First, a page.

Think-tanker Aaron Renn has some suggestions:
1 Older operagoers prefer HD operas at their local movie house.
Opera is a deeply troubled enterprise. Its financial model is broken as it struggles with Baumol’s cost disease, among other problems. It has artistic challenges such as the lack of new operas entering the repertory, which leads companies to try to artistically innovate through outré productions that by and large don’t work.
But its most basic problem is that its audience is literally dying.
As recently as 2008 the Metropolitan Opera sold 92% of its seats. Today that’s down into the 70s. Even truly excellent productions sometimes play to a house that’s a third or more empty.
2 Audience development sucks.
I also attended the Lyric Opera of Chicago for many years. One Saturday night I ran into a young woman (mid-20s) from work at the performance. The opera in question happened to be Michael Tippett’s The Midsummer Marriage, an obscure opera and a complete dud of a production.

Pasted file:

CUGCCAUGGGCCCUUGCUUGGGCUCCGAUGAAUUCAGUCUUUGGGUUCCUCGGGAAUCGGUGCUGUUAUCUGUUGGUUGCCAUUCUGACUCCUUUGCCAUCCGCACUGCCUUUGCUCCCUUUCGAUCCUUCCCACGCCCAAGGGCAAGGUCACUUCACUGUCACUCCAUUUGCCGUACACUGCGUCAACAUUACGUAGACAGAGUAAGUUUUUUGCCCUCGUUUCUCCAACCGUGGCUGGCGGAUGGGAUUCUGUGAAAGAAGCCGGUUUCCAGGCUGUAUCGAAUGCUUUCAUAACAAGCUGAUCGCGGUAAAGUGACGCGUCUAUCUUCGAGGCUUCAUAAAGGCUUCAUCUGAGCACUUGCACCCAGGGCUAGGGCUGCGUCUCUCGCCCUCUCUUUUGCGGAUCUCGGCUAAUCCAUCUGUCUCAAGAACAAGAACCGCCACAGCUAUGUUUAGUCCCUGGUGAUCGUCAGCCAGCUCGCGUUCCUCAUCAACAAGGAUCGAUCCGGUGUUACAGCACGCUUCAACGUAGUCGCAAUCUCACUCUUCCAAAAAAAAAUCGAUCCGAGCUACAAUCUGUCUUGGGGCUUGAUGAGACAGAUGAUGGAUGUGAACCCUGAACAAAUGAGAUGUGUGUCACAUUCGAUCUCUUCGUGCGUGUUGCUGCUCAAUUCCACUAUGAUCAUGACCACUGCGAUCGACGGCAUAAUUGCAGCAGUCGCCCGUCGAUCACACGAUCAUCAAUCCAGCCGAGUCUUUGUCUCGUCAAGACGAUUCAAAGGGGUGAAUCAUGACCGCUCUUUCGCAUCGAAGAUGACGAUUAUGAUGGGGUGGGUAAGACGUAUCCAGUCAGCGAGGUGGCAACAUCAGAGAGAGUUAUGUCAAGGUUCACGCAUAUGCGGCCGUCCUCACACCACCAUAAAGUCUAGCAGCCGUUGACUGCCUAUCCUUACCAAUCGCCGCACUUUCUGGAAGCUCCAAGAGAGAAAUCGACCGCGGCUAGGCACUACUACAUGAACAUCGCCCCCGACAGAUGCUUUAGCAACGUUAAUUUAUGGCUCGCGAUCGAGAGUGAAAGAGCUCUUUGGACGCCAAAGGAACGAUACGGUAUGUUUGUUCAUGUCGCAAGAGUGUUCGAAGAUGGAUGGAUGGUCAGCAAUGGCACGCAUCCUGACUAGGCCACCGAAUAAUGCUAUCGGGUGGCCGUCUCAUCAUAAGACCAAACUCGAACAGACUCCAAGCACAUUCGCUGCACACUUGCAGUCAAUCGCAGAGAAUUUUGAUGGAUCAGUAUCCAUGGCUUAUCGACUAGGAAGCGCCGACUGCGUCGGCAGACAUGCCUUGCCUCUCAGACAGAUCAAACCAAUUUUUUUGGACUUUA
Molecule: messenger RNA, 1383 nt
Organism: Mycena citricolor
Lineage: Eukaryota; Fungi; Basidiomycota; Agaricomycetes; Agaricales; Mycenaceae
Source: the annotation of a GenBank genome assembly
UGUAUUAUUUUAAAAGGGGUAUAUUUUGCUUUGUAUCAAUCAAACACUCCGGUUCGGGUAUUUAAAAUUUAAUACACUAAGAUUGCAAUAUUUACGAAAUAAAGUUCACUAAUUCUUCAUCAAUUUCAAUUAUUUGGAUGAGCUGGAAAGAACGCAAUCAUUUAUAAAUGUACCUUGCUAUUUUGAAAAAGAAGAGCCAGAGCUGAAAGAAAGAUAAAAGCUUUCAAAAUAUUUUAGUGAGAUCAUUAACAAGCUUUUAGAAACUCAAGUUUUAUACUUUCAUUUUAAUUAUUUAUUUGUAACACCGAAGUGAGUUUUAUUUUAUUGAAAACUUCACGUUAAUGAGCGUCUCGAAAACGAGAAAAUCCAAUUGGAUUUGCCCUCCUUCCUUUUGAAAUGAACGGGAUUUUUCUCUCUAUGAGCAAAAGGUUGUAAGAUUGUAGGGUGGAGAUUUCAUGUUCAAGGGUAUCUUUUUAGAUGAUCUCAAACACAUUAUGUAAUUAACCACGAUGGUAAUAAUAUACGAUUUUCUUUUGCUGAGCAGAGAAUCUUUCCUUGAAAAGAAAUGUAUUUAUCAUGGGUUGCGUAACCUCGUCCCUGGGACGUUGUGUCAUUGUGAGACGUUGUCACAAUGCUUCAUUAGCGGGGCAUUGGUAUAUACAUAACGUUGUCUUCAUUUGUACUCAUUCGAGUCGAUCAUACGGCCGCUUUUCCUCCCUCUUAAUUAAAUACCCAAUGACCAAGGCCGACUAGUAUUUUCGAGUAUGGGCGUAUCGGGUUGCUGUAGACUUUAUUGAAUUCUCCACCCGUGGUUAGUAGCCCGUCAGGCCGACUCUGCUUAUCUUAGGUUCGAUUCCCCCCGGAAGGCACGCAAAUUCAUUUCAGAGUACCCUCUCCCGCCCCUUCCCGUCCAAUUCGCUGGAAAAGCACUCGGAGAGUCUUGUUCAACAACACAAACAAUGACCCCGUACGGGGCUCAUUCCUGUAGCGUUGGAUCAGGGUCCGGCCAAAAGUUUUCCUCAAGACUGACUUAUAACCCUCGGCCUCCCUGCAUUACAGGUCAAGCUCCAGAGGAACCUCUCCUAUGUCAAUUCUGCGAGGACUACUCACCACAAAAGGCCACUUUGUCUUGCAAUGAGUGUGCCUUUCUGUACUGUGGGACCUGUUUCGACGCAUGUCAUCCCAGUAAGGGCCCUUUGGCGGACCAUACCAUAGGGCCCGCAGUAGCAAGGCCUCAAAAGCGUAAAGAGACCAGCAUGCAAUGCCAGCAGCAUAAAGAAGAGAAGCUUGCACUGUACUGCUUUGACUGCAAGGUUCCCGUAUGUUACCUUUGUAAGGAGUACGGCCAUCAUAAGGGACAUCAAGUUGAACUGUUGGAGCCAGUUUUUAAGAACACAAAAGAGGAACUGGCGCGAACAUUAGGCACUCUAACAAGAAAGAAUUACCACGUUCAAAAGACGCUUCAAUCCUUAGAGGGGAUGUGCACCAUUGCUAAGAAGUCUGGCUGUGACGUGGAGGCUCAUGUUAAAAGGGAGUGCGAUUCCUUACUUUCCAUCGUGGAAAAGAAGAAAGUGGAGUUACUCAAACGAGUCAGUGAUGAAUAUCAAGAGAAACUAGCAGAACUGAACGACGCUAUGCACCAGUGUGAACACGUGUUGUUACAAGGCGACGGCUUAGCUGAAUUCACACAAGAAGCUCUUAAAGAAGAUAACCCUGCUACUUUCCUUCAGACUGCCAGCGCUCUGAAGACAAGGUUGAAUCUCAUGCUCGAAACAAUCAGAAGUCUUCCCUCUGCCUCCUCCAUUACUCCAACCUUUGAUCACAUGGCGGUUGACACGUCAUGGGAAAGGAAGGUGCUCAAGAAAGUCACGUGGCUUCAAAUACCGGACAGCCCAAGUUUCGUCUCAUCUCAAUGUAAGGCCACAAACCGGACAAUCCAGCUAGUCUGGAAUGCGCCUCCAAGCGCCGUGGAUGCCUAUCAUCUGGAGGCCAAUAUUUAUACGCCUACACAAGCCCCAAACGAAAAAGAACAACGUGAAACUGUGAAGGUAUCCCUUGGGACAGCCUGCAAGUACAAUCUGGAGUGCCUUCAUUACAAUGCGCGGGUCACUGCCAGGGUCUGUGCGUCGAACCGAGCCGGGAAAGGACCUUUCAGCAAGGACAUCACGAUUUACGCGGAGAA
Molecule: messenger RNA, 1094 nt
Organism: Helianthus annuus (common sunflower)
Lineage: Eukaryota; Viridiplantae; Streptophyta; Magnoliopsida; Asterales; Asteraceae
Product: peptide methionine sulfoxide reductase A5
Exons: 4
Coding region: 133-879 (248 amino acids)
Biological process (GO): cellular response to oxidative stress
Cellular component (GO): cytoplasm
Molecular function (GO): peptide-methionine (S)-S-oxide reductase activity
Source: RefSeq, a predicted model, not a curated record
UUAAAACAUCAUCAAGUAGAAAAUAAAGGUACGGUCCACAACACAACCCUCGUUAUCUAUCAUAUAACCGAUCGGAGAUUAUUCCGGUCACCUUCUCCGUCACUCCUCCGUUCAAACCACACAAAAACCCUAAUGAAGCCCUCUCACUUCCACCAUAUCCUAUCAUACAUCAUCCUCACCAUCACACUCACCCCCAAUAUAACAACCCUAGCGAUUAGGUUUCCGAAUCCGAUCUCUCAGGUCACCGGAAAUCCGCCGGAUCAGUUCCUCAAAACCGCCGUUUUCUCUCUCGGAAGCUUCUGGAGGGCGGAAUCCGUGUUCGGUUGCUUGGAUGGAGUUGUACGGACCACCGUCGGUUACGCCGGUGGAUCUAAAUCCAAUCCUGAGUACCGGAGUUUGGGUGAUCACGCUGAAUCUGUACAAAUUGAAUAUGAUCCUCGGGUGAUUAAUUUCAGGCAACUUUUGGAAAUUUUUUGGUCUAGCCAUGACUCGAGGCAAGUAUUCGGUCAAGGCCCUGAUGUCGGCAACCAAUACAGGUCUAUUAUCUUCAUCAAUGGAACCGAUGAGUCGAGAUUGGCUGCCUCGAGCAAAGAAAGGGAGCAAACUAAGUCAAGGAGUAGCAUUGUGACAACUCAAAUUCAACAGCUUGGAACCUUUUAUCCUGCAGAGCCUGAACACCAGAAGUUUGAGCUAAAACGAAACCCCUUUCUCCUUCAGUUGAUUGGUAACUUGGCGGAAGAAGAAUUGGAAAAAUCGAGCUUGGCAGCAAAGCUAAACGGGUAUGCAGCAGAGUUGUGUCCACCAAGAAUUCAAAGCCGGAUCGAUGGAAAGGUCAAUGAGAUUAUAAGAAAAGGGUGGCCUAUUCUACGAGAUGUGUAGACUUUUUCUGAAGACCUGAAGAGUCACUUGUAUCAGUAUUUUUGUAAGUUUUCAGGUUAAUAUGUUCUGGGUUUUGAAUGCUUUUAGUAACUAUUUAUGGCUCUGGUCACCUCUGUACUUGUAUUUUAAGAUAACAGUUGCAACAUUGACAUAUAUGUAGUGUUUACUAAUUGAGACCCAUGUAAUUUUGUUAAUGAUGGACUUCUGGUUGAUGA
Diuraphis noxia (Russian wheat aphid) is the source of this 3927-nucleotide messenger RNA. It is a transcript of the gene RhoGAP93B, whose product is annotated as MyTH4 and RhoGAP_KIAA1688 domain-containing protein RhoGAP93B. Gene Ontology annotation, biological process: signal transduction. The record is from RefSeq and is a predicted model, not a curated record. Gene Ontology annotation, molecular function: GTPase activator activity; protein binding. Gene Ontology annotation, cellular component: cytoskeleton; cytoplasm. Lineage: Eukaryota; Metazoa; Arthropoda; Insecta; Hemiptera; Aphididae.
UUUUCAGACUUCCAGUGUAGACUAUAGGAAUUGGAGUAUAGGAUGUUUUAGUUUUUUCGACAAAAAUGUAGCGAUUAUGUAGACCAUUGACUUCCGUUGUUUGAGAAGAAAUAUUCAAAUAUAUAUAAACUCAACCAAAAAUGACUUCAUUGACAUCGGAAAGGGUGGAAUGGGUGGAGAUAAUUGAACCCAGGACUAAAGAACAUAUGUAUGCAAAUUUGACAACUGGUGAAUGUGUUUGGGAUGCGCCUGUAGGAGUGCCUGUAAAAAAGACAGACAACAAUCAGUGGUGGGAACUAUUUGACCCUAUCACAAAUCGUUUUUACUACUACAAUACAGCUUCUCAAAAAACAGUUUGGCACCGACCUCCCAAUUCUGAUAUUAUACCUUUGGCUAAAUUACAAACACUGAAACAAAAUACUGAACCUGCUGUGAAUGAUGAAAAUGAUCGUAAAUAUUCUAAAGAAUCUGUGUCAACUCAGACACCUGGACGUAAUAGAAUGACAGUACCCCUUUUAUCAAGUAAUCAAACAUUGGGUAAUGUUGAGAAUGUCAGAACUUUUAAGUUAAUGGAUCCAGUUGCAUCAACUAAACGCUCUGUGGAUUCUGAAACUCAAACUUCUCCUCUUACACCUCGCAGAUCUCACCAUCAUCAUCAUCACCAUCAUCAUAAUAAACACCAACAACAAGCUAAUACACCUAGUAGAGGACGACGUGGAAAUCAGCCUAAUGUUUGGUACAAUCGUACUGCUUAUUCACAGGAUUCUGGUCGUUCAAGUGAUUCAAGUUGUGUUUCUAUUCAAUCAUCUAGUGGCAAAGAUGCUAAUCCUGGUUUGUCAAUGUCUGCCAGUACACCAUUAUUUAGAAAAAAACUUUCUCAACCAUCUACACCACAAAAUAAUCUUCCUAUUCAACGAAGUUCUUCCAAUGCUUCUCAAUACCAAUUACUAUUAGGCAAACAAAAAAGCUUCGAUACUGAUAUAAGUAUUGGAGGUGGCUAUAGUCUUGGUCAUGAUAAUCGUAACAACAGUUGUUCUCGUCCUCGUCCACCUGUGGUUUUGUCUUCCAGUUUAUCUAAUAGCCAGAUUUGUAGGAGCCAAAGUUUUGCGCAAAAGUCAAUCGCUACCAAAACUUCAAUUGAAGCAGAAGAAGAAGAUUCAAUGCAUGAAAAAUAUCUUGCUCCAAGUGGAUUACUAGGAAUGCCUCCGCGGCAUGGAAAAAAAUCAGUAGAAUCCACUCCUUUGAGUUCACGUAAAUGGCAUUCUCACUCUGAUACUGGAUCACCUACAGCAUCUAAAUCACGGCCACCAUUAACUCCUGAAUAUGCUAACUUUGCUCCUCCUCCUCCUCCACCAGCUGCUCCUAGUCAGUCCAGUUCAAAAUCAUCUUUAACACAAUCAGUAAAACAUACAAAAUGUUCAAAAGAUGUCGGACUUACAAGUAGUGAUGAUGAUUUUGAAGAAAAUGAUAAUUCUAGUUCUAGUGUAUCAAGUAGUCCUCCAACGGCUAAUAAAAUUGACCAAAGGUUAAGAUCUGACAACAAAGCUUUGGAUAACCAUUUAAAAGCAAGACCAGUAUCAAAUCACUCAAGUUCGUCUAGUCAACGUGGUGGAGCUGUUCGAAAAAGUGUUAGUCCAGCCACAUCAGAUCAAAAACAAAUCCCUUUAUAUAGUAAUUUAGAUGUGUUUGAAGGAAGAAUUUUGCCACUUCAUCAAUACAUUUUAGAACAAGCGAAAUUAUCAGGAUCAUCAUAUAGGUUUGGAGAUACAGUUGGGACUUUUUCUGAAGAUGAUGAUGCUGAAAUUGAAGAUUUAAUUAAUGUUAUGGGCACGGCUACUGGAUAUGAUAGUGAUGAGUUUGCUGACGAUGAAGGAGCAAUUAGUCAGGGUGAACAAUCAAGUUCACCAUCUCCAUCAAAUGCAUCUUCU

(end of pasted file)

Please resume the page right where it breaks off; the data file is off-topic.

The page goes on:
This woman had never been to an opera before. I asked her how she picked this opera as her first. She told me she’d called the Lyric to buy tickets and they suggested this one.
I about blew a sprocket.
Here the Lyric had a twenty-something professional interested in trying out the opera for the first time. Instead of sending her to Carmen or another famous crowd pleaser and otherwise making sure she had a “WOW” experience, the Lyric dumped their worst ticket of the season on her, one that I’d guess wasn’t selling well.
Read Aaron’s analysis here.
© Mike Evans/Lebrecht